“This Song is not Currently Available”: The Tricky Subject of Music Publishing and Licensing

Eminem’s Mockingbird is starting to play from Bang & Olufsen speakers. After four minutes and
5 seconds, Stan, the next in the playlist, will crossfade to create a faux DJ effect. But the 2:40
mark is important here. Slim Shady speaks about how Dr. Dre gets his CD, and things are about
to take a sharp, positive turn.
You see, in 1998, Dr. Dre signed Eminem to Aftermath Records in what can best be described
as a launch to the rapper’s highly successful career. Without a doubt, everyone needs that
launch from someone bigger. And Afrobeats in recent years has been a terrific example of this
interesting practice.
In 2019, Olamide gave us Fireboy, and this year, Asake’s failing musical career was
resuscitated when he was signed to the YBNL record label. Mayorkun would have remained a
marketer running around banks in Broad Street without a timely Davido intervention.
Don Jazzy, arguably the best in the artist and repertoire game, has launched some of the major
youngsters in Nigeria’s music industry in the past five years. Rema, Ayra Starr, Boy Spyce,
Ladipoe, Crayon… the list of examples to support this phenomenon is endless.
Stan comes up now, and Eminem addresses another issue that is quite a burning topic in
Afrobeats – stan culture. The effects are immense, from daily Twitter trolling to amusing dedicated artiste streaming groups and charts-watching. But there are few and far between
positives. Like Machala, a recent release from “Wizkid FC” fans Carterefe and Berri Tiga.
In an unprecedented turn of events, the song, composed as a tribute to Wizkid, topped the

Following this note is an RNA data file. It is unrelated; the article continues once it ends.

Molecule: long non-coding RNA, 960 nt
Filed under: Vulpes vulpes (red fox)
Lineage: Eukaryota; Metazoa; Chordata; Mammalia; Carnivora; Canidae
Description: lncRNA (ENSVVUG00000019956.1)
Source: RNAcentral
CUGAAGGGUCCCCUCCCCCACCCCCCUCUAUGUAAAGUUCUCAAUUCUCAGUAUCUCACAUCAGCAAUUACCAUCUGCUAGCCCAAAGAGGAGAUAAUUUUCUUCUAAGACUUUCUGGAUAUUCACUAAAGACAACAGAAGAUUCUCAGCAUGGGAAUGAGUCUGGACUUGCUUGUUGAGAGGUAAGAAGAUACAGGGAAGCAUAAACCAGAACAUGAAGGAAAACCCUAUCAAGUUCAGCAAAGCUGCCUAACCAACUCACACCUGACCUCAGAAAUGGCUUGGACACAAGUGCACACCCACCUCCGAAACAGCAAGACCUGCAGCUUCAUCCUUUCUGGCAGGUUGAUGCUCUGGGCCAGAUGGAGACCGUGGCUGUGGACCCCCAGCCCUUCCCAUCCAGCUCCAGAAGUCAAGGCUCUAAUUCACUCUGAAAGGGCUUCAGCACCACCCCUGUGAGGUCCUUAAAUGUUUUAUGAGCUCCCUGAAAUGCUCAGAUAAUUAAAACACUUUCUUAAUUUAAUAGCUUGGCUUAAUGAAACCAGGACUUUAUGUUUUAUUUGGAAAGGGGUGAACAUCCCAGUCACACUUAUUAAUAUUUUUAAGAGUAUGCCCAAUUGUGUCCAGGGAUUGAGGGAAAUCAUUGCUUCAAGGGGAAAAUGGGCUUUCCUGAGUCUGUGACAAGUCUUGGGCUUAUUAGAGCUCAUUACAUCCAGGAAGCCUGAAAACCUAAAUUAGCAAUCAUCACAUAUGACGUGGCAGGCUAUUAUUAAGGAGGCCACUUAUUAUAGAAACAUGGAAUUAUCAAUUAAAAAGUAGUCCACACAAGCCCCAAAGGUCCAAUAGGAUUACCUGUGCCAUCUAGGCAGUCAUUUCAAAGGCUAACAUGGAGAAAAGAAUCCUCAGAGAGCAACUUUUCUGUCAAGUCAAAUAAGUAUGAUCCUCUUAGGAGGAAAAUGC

Apple Top 100 songs in Nigeria chart. For what it’s worth, Machala was a decent recording and
racked up about a million and a half listens on Spotify up until it was taken down abruptly.
This is not the first time we’ve seen fire songs taken down. Early this year, BNXN (fka Buju) had
his refix of Blaq Diamond’s Italy taken off major streaming platforms. Similarly, in 2021, Goya
Menor & Nektunez’s Amapiano remix of Era’s classic Ameno was also pulled off Spotify and
Apple Music.
Arguably, the latter songs were due to copyright concerns, particularly issues bordering on
licensing and royalties. But with Carterefe’s hit debut song, the lines are quite blurry. A few of
us believe the removal was in response to [a rumour that] Wizkid had trademarked the word
“Machala”. Others claim that there’s an ownership tussle between Carterefe and Berri Tiga while
stans of other artistes believe that Wizkid, unlike other senior Afrobeats stars, is stifling the new
The lines may be extra blurry – a fact to be thankful for – but we can still speak extensively on
the possible legal principles at play.
Firstly, in BNXN and Goya Menor’s cases, there was no debate. They had made remixes of
other people’s songs without seeking permission or obtaining appropriate licenses. It was only
right that the songs be taken down pending the time that the right actions were taken.
Sample, remix, cover, interpolation. They all tend to get confusing. Here’s how we draw the line.
A sample is a copy of a sound recording infused into another standalone musical composition.
On the other hand, a remix uses the entire sound recording and musical composition to create a
new song.
For instance, a remix maintains the beat, melody, score and several parts of the lyrics. Most
remixes just take out one verse and replace it with another, especially that of a guest artist. You
can juxtapose Rema’s Calm Down and the remix with Selena Gomez as a good example.
Moving forward, a cover is a new recording of an already existing song by a different artiste. The
musical arrangement is altered, lyrics may or may not be altered but the song’s structure is
always the same. On the flip side, an interpolation is a re-recording of the musical composition
of an existing song.
Now that all of that is out of the way, let’s dive into core legal issues. It’s a no-brainer that when
you’re about to use something that is not yours, you take permission. Many of us learnt this life
principle when we were yet kids.
Surprise, the rule doesn’t change throughout the circle of life. So, whenever an artiste wishes to
publish a remix, cover, sample or interpolation of a song that is not theirs, they need to take permission. This may be from the artiste themselves or the record label or even songwriters,
depending on which part of the song they are using.
If the original owner agrees to let you release the remix, they essentially own the copyright of
both songs. Yes, they do. And if they are like Toni Braxton, they’ll take 60% of the entire